- A reunion with Hamels might be worth considering.
- It’s still a little unfathomable that Len Kasper bolted to the White Sox.
- Kasper called a lot of big moments in his 16-year career with the Cubs, including these 12.
- Crane Kenney suggested that Kasper’s replacement will be “someone who fits the Cubs culture,” rather than that of ownership.
Odds & Sods
This is an intriguing poll courtesy of Bleacher Nation’s Michael Cerami. Thinking three years ahead, would you rather have Brailyn Márquez and Davis or Dylan Cease and Eloy Jiménez?
Three full years from now, would you rather have (a) Brailyn Marquez and Brennan Davis or (b) Dylan Cease and Eloy Jimenez.
Forget everything else about the history – just (a) vs. (b) … in 3 full years from today.
— Michael Cerami (@Michael_Cerami) December 6, 2020
Major League Baseball has filed a lawsuit against its insurance providers in the hopes of recouping losses the 30 franchises incurred in 2020 due to COVID-19.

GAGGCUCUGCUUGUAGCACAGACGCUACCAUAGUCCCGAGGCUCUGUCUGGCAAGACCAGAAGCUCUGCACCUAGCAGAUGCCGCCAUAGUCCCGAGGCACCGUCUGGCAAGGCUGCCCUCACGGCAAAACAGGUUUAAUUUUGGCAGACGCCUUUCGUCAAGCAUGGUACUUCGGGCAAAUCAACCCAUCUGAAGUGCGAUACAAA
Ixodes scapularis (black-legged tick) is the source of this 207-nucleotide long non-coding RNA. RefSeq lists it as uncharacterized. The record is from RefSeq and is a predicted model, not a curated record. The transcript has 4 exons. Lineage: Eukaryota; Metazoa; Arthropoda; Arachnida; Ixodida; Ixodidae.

Thad Levine, who looked like a strong candidate for the Phillies’ top baseball job, is no longer in the mix after stating he prefers to stay with the Twins.
The Mariners have agreed to terms with outfielder Mitch Haniger on a one-year deal, avoiding arbitration.
Lester, Brandon Workman, and Kevin Pillar are potential fits for the Red Sox in free agency. All three have previously played for Boston.
Joel Sherman of the New York Post believes the White Sox will sign Cincinnati free agent starter Trevor Bauer.
The Rangers have hired Chris Young to be their new GM, and will promote Jon Daniels to president of baseball operations.